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Stories From Inside the Blockade: CWRU in Cuba

“This is a place without time,” said artist Rolando Estévez Jordán.  A place where vintage American cars are used daily as taxis; where college students have never accessed the Internet; where pay phones are common, and cell phones do not have data plans.  This is where the students of SPAN 306: The Cuban Experience spent the first three weeks of Summer 2012.

This was the first time Case Western Reserve University students travelled to Cuba, and also the first time that Ediciones Vigía hosted American students.  They have previously hosted Spanish and Canadian students.  Damaris Puñales-Alpizar, professor and organizer of the course, was excited to be able to show her students what her home country is like first-hand.

“When you offer a program in another country, the students learn the most about the culture. When the class is at the university in the United States, it’s a ‘cold class…’ But when students go to another country for even three weeks, it changes their lives. They confront things directly instead of reading and believing what something in class says,” Puñales-Alpizar expressed.

The pioneering class was meant to open students’ minds and break down stereotypes that both cultures have for the other.  By allowing us in to their lives, we were able to see a side of Cuban culture we may have never been able to in the United States…and vice versa.

Out of the many cities and cultural institutions visited, publishing house Ediciones Vigía served as a home away from home.  There we found an honorary abuela cubana (Cuban grandmother), a snack in between lessons and presentations, and people who invited us to dine with their families later in the evening.

“They treated us like family. They invited us into their homes, spent family time with them… All of the people in Vigía worried about us,” says Puñales-Alpizar. “They worried about whether we were homesick, had contacted our families… They really took care of us.”

The editor-in-chief, Laura Ruiz, and director, Augustina Ponce, of Ediciones Vigía organized many trips during our stay.  The first and one of the most memorable was within a few days of landing in the not-so-far country, called “El Proyecto Corazón,” or, the Heart Project.

Proyecto Corazón is meant to open the eyes and minds of visiting intellectuals to Cuban culture.  To live in the country, to truly experience the culture, and to use it as an inspiration in writing and art, is what the project is all about.  Although it has not come into fruition, the organizer uses the future home for other purposes.  It houses local artists after long days in the meantime.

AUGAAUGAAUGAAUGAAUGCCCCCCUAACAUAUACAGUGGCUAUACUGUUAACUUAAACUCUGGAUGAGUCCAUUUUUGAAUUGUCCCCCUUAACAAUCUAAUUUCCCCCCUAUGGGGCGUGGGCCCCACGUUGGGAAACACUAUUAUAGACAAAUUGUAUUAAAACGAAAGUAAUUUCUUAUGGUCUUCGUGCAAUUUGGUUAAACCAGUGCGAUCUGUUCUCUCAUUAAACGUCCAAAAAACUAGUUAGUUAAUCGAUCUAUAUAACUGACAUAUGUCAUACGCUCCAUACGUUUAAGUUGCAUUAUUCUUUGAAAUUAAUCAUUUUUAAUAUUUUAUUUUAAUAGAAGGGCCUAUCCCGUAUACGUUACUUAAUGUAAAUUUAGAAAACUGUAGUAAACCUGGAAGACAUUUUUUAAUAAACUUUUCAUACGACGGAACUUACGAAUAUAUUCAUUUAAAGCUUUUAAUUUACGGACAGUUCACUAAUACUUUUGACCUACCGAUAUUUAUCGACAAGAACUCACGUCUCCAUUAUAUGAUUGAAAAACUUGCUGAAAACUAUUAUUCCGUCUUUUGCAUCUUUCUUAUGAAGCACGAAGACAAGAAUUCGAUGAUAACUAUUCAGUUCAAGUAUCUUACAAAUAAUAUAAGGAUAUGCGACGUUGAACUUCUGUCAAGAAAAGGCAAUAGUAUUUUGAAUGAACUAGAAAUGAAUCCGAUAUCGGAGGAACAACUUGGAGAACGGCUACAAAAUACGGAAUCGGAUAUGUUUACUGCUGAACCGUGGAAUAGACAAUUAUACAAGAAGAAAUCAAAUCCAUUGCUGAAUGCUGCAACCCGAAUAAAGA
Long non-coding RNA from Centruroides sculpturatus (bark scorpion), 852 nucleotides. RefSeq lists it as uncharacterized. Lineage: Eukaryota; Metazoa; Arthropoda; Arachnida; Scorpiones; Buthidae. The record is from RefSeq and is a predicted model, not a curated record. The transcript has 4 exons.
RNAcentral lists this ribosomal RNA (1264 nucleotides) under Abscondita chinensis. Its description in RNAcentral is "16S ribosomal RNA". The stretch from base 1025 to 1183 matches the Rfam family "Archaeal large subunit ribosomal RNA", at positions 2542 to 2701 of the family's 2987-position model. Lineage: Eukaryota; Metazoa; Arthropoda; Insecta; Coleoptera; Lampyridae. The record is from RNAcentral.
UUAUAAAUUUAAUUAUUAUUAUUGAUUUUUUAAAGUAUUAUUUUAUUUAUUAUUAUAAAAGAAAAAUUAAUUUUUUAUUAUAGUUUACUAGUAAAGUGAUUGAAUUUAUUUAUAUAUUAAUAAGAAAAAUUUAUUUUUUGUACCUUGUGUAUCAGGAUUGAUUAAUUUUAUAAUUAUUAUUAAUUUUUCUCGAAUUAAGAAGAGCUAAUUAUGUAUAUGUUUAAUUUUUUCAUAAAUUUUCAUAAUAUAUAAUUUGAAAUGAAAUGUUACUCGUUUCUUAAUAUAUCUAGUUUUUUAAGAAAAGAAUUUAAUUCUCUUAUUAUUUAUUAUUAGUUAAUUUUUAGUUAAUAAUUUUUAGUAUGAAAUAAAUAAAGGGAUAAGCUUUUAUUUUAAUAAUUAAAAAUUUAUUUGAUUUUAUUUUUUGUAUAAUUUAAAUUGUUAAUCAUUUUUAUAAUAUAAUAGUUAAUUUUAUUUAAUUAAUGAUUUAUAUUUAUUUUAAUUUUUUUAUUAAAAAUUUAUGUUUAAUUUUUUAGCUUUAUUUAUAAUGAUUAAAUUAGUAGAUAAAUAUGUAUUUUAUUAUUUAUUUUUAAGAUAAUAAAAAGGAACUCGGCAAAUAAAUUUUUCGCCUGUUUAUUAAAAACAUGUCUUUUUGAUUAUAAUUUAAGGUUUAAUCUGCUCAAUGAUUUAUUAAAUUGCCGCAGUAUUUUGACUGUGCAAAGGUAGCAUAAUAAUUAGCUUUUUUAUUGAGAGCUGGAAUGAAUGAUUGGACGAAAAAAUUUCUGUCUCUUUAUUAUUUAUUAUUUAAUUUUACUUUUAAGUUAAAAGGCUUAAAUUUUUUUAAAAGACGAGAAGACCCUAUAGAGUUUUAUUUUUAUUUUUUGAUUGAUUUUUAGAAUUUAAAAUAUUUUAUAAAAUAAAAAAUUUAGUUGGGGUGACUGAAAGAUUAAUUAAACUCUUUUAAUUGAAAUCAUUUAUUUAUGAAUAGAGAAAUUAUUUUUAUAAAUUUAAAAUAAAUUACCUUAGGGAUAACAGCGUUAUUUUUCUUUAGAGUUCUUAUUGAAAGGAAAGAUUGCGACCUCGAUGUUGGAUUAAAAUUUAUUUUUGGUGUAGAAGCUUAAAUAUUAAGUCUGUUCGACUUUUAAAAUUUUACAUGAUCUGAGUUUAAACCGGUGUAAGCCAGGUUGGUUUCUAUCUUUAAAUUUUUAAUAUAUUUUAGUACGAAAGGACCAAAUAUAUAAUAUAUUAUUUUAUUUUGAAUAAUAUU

The bus that we took from the city to the remote campo would have been condemned and probably pounded into a little square to be stacked with the rest of the too-old cars a long time ago in the United States.  Planks of wood covered the unfortunate areas that time wore away.  The spare tire was a spare seat.  The driver coaxed the engine to start, and with a roar, we began our journey to el campo.

The “guagua” stopped to pick up members of the theatre troupe.  Gymnasts, jugglers, storytellers, painters, and musicians climbed on to become teachers for children in the rural areas around Matanzas.

The children gathered around the room in matching uniforms of maroon bottoms and white button downs to watch a magician make a broken fan fixed and a narrator tell the history of an old orange tree.  Across the street, a painter, musician and comedian humored an old person’s home with jokes and songs of Che Guevara.

They gathered to educate and entertain, and to relish their culture.  Once the school day finished, we traveled to the place that the leader of the troupe hoped would soon be a home to visiting writers and thinkers.  The musicians continued the concert that began on la guagua while surrounded by fields of sunflowers.

While the meal, a hodgepodge of almost anything you can find in a kitchen thrown into a pot, boiled and bubbled, we were all asked to sign the walls of an old building.  We wrote messages in Mandarin, French, Spanish, and English, the four languages the five could say one phrase in — “I love Cuba.”

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About the Contributor
Katy Witkowski, Arts & Entertainment Editor
Katy Witkowski is a senior political science and Spanish student with a minor in English. Along with serving as the arts & entertainment section editor, she is a programmer at WRUW-FM 91.1 Cleveland, a box office attendant for the theater department at Case Western Reserve University, the treasurer of the University Media Board and an editorial intern at Cleveland Magazine. She also has a social life, despite this laundry list of responsibilities. The most important thing in her life is her dog, Lily.

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